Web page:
A Nigerian tribal king filed a lawsuit in a US court seeking $1 billion from Royal Dutch Shell to compensate for decades of pollution that sickened his people and damaged their lands, his lawyer said.
The suit was filed a day after the US Supreme Court said it will consider a lawsuit accusing Shell of human rights abuses in Nigeria in a landmark case that could make companies liable for torture or genocide committed overseas.
That case will assess the potential liability of corporations -- including multinationals with a US presence -- under the Alien Tort Statute, a US law dating back to 1789 that scholars say was meant to assure foreign governments that the United States would help prevent breaches of international law.
The latest case alleges that Shell's Nigerian operations are "well below internationally recognized standards to prevent and control pipeline oil spills" because the Anglo-Dutch company "has not employed the best available technology and practices that they use elsewhere in the world."
It cited a recent United Nations report that found that contamination was widespread in the Nigerian Delta after 50 years of oil extraction left groundwater badly contaminated and the soil soaked with hydrocarbons to depths of five meters.
The suit was brought on behalf of the people of Ogale in the Eleme local government area, where the UN team found the most serious groundwater contamination and people drinking water laced with cancer-causing benzene at 900 times World Health Organization guidelines.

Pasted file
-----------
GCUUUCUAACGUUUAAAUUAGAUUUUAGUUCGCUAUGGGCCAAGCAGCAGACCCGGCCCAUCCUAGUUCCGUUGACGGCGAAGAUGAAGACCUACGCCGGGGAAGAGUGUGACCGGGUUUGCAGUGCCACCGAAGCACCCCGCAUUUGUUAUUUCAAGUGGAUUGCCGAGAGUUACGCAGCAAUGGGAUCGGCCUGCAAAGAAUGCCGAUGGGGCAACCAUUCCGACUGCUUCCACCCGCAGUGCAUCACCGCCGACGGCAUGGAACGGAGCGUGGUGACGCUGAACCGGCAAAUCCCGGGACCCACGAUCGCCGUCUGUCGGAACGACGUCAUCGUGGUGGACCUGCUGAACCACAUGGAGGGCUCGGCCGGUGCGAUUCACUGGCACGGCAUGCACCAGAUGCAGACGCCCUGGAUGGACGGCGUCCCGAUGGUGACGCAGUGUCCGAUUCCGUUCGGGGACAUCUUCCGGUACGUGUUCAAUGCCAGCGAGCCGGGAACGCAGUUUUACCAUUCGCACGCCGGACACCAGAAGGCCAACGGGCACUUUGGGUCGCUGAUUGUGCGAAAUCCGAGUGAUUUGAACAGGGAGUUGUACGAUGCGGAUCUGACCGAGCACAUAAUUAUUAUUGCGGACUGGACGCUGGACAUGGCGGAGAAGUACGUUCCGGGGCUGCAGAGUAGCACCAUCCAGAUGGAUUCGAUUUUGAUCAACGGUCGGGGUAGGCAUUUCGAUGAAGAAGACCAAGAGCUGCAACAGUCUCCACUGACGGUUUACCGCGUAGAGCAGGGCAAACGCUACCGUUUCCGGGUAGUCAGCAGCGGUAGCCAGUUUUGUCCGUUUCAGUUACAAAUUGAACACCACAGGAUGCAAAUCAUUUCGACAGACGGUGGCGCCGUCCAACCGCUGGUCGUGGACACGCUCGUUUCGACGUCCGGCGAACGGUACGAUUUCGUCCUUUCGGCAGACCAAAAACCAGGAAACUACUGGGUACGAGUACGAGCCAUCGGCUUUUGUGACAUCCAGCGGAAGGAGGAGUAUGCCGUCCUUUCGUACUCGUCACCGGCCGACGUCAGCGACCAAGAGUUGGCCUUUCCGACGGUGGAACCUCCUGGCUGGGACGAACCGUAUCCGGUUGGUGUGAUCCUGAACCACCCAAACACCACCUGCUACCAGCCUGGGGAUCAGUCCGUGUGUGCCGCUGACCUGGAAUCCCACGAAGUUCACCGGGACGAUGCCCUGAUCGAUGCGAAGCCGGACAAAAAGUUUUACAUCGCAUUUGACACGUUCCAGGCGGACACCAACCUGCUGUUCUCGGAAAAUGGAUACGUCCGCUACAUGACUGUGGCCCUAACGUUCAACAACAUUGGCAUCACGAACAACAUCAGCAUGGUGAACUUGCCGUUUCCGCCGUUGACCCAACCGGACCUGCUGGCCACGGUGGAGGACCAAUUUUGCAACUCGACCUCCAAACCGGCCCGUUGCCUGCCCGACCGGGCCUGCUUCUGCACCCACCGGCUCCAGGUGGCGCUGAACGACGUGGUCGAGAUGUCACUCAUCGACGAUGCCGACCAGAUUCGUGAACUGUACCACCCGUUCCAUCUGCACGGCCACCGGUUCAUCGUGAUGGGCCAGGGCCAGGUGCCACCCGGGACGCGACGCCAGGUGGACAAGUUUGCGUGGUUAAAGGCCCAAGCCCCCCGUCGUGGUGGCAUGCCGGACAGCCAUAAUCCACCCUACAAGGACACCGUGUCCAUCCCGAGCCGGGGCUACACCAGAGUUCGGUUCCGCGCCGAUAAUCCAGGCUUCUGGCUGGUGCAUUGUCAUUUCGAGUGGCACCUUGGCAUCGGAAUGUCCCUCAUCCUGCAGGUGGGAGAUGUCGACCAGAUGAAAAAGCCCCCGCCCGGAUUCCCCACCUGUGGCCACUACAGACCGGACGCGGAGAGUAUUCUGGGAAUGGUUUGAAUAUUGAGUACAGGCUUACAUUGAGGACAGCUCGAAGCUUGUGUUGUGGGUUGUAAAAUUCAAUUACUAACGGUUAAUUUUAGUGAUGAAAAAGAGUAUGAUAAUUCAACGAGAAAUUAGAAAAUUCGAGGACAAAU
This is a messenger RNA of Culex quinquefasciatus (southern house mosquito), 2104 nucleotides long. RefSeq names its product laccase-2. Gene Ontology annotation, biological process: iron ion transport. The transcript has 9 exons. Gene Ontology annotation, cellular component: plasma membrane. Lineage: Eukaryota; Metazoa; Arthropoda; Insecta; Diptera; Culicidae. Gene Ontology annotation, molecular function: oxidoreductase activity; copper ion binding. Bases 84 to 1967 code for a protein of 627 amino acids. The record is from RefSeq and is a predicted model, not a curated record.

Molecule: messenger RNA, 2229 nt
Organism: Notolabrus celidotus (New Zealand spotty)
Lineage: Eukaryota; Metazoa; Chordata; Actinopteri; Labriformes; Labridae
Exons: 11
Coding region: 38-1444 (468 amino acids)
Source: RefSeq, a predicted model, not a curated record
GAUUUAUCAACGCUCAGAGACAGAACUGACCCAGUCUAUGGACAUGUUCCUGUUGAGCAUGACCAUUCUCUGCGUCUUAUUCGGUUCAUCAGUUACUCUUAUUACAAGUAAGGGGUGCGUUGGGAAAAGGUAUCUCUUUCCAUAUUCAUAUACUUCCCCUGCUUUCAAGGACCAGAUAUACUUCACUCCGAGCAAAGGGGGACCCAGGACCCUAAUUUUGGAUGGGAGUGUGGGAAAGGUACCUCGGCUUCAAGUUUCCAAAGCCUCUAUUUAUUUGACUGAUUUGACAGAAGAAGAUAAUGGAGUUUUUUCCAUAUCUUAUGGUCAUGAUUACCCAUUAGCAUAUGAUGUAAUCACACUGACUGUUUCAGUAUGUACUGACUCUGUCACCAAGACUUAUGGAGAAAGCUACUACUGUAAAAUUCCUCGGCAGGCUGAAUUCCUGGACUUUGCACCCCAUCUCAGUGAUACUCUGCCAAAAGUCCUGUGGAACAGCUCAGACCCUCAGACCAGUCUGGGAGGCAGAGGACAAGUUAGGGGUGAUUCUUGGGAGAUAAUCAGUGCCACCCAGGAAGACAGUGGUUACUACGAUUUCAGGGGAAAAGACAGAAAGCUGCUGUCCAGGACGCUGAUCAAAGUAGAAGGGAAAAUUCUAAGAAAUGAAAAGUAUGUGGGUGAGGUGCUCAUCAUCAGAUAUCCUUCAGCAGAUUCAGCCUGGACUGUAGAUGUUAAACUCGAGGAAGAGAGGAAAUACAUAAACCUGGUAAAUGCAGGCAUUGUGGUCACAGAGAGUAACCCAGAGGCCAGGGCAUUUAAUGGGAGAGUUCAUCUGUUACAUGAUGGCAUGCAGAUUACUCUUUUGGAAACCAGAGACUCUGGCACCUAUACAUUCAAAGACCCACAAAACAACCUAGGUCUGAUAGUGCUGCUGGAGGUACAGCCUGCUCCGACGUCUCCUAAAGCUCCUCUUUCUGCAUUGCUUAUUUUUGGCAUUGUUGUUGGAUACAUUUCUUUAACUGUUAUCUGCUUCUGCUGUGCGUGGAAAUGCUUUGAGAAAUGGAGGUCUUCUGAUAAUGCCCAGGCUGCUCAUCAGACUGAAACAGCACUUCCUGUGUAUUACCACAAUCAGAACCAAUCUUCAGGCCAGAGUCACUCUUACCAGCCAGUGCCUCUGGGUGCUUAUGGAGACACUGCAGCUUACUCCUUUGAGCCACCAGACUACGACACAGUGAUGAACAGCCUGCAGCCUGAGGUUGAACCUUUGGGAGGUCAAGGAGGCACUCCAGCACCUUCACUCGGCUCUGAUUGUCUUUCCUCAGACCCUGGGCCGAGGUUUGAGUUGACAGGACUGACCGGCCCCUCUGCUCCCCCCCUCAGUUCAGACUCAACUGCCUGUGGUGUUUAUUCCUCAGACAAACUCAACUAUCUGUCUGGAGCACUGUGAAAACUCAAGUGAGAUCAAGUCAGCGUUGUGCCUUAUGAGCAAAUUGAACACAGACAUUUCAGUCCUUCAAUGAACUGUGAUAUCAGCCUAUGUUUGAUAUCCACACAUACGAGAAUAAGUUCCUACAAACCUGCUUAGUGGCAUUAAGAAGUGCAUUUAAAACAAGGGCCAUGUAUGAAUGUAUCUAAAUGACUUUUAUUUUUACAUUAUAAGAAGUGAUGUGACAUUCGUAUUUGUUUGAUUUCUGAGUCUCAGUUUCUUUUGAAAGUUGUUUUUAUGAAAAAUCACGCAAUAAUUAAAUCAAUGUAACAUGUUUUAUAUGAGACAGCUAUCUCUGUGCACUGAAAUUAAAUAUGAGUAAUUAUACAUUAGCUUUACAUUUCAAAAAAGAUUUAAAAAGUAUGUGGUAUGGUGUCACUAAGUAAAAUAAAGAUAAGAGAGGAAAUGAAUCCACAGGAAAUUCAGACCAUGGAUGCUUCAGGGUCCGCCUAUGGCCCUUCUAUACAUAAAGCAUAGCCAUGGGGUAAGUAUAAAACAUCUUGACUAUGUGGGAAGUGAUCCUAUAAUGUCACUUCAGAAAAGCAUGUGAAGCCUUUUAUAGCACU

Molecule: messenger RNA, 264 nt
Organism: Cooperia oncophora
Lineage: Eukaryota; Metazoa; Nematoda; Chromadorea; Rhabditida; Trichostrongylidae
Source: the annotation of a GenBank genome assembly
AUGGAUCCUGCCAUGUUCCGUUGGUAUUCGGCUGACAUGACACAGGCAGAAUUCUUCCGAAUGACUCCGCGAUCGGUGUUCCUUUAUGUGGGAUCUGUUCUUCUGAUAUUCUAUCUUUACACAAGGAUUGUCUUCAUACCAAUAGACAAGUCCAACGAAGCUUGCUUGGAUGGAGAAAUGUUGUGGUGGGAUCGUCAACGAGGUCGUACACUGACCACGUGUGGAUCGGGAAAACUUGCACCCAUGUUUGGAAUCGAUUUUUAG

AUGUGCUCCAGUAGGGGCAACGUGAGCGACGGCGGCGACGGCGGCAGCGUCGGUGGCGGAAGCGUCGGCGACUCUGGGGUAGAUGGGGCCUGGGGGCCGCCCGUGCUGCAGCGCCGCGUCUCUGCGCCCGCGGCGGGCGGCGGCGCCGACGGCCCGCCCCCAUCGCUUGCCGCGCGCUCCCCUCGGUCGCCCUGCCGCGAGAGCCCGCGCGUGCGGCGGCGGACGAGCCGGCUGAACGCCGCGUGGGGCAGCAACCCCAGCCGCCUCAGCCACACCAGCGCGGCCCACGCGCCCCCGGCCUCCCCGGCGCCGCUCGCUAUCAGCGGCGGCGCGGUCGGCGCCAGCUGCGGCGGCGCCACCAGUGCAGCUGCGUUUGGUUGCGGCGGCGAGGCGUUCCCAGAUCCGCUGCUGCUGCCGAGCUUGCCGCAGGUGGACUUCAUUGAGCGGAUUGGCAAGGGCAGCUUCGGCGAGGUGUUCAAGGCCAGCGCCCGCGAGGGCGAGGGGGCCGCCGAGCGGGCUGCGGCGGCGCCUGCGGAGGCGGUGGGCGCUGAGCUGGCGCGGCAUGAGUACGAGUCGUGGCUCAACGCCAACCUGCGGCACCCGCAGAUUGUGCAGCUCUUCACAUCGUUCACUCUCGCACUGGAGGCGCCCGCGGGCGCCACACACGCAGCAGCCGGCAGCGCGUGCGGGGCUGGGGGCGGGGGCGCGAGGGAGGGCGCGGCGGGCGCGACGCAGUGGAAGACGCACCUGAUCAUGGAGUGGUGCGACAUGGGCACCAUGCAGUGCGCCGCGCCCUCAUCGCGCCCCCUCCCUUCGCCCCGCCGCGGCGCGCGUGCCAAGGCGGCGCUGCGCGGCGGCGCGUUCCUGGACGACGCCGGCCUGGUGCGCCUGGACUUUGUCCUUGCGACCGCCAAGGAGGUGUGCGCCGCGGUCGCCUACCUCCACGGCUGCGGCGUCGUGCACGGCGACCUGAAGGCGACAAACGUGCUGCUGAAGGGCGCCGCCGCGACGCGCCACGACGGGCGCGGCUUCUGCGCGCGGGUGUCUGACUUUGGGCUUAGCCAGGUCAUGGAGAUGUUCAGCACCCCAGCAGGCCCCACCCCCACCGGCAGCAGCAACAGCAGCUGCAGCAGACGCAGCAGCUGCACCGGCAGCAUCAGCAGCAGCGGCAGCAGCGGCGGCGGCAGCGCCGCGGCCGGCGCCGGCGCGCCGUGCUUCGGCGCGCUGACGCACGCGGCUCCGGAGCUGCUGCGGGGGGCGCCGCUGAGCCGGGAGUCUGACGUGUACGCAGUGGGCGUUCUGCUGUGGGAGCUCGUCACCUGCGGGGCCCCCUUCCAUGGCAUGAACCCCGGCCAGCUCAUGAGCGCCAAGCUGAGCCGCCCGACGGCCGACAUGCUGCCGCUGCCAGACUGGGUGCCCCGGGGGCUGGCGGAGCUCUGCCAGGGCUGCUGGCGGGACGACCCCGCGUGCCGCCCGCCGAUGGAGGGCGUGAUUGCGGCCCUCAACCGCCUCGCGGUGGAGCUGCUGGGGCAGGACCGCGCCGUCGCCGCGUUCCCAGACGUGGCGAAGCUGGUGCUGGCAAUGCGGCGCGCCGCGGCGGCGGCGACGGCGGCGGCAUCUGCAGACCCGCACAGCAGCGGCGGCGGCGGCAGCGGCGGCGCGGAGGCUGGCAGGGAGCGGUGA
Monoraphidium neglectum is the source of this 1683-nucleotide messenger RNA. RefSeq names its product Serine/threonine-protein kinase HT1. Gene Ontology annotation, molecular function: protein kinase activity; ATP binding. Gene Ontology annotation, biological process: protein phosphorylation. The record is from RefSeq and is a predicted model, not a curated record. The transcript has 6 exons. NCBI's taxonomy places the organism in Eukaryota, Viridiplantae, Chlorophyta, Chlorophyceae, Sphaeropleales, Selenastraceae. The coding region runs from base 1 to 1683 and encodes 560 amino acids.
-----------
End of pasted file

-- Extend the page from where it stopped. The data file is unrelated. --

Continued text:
Scientists found an eight centimeter layer of refined oil floating on the groundwater that served the wells. The oil was linked to a spill that had occurred six years earlier and was not properly cleaned up.
A spokesperson from Shell did not immediately return a request for comment.
The Nigerian plaintiffs said they decided to file the suit in a US court because of Shell's history of a "culture of impunity" and "disregard" for the Nigerian judicial process.
They note that the Shell has refused to comply with a 2005 order to end gas flaring in the Iwherekan community or to pay a 2006 judgment to pay $1.5 billion to the Ijaw Aborigines for damages caused by decades of pollution.
It typically spends years appealing cases that inevitably "bled the victims dry in legal costs," the complaint alleges.
King Emere Godwin Bebe Okpabi and four other tribal leaders said Shell's "indiscriminant pollution" has created "severe health hazards" that threatened their lives and violated their right to development.
Their community is "exposed to hydrocarbons every day through multiple routes" including frequent oil spills and pervasive air pollution from refining operations.
"At all times relevant to this litigation, Defendants knew or should have known that the crude oil contains chemicals hazardous to human health and to the environment and ecosystems," the complain said.
Shell is accused of cruel, inhuman or degrading treatment, gross negligence and the violation of international treaties and obligations to the United States and Nigeria.
The complaint also noted that Shell has "not taken any concrete steps to protect the environment, provide safe drinking water or subject the endangered people of Nsisioken Ogale Community to medical assessment and treatment" since the UN issued its scathing report in August.
In addition to the $1 billion damages, the lawsuit also seeks immediate cleanup of the pollution and an injunction to require air and water monitoring.
The 32-page civil complaint was filed Tuesday at the federal court in Detroit, Michigan.
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